Public Policy

Public Policy

Public policy is a broad term that encompasses government laws, regulations and decisions that affect every person in a community or nation. It can also refer to policies created by private organizations and businesses. Ultimately, it is the study of what governments do and do not do to improve their societies.

The process of creating and carrying out policy varies from region to region, community to community, or even country to country. This is because different entities have different roles, interests and resources. However, a good starting point for understanding policy is the notion that it is comprised of two parts: the policy goal and the policy instrument to achieve it.

Policy goals are often articulated in terms of what society should be like or the outcomes that it should produce, whereas the policies themselves are defined by the means by which the desired outcome is to be achieved. Achieving a policy objective can require a great deal of time and effort. This is particularly true when a policy is trying to achieve something that is not already being addressed by existing policy instruments, such as legislation or regulation.

Once a policy goal is identified, the next step is to determine the appropriate course of action that should be taken to implement it. During this stage, it is important to identify the underlying assumptions and values that are being reflected in the search for a solution. It is also essential to understand how the policy goal is being framed and how it will be evaluated.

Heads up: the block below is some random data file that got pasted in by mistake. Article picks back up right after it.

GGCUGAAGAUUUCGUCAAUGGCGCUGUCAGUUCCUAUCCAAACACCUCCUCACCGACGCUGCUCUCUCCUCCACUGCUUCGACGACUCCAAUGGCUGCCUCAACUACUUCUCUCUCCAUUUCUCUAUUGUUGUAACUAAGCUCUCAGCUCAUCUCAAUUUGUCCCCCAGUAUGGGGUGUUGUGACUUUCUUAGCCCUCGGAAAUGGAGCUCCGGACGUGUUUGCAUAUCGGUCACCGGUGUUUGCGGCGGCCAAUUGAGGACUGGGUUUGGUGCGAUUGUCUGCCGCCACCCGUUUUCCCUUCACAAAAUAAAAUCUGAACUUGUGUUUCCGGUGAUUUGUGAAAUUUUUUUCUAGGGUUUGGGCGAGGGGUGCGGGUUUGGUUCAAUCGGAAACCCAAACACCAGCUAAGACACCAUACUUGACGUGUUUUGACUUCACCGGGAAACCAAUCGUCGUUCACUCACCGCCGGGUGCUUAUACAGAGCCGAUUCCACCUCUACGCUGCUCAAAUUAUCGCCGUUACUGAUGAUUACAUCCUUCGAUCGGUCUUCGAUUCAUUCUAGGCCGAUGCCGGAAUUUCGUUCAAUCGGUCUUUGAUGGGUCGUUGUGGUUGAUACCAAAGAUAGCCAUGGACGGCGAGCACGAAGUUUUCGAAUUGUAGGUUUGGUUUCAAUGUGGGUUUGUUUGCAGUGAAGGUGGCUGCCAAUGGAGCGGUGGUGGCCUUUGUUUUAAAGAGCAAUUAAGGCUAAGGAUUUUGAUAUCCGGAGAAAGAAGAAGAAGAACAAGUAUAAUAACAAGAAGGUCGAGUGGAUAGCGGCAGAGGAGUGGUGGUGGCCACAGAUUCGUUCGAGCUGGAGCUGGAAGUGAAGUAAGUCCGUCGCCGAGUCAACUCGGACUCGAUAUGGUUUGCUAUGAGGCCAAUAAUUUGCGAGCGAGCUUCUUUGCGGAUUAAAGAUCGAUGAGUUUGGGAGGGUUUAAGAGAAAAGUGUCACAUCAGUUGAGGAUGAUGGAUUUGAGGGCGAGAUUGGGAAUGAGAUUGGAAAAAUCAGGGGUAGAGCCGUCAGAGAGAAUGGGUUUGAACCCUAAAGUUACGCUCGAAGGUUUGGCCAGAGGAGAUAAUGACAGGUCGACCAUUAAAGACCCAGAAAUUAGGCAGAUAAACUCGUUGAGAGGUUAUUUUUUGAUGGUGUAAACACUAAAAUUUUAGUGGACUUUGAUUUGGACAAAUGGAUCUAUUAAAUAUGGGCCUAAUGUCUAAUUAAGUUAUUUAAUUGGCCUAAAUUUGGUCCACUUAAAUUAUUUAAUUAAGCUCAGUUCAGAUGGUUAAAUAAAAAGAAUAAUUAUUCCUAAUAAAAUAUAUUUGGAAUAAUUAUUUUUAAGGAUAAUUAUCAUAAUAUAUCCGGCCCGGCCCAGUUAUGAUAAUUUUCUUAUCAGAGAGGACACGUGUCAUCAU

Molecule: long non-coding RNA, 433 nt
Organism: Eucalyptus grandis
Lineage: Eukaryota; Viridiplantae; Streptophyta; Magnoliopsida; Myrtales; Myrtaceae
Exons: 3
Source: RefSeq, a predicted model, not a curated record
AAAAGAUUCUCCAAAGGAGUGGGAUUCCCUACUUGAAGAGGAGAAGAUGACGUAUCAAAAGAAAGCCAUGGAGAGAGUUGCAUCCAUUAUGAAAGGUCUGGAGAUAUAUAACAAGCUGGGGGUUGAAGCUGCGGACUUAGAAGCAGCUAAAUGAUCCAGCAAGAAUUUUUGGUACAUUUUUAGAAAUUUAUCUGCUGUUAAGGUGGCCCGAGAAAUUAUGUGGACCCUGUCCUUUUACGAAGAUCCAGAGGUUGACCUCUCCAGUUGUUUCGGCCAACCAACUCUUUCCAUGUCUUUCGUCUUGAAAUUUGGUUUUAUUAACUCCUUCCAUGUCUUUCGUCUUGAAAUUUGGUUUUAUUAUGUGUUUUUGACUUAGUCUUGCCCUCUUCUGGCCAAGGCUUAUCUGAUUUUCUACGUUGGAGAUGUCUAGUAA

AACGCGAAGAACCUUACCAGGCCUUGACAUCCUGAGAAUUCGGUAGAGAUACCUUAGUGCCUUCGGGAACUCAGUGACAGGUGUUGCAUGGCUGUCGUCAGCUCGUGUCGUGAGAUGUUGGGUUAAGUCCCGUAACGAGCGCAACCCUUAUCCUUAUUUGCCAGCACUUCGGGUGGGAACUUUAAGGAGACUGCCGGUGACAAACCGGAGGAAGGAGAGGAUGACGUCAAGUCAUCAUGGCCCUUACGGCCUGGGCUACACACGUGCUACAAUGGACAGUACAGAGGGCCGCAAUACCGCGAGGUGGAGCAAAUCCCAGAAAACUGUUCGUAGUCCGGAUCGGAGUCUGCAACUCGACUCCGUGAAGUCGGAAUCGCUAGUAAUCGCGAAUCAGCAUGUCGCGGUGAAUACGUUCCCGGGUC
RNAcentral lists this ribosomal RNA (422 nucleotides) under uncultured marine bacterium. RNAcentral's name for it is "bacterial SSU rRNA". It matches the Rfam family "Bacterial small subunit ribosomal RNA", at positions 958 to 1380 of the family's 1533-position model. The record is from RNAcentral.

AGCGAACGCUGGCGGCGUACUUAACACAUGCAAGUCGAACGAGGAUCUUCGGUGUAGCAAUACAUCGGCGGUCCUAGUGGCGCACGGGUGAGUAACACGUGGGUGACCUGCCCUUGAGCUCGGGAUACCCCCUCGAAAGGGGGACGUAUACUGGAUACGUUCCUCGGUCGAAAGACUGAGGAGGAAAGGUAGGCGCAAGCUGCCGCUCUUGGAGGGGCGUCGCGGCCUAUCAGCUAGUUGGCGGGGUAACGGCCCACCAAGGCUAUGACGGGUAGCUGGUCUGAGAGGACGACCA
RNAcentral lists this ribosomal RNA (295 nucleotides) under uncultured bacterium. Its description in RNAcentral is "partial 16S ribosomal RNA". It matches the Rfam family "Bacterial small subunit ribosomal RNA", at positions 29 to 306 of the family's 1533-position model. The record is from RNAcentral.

A variety of courses of action may be considered in this phase, with each being weighed against the resources and time needed to execute it. Some of the considerations include cost and effectiveness, but other factors such as sponsorship, political expediency and a policy’s intended impact are also important. Often, the choice of policy instrument will depend on a particular group’s agenda and preferences. This could be a legislative body, an executive branch of government, an agency, interest groups, think tanks or other academic institutions.

Once a course of action has been chosen, it must be approved and legitimized by official policy actors. This usually involves gaining support from a coalition of stakeholders that includes both advocates and opponents of the policy. This process can be lengthy, especially if the policy is controversial or requires significant resource commitments.

The growing prominence of networks in public policy making has challenged the ability of official policymakers to control the actions of their counterparts within policy networks. This is especially the case when a network’s members have competing priorities and interests. A number of social scientists, notably institutionalists, have sought to improve the state’s capacity to manage policy networks through various means, including the use of deliberation and other techniques that promote incremental shifts in the culture of policy networks. Other scholars have promoted alternative approaches that attempt to give citizens greater control over policy-making. These models tend to emphasize civic participation and the use of public goods.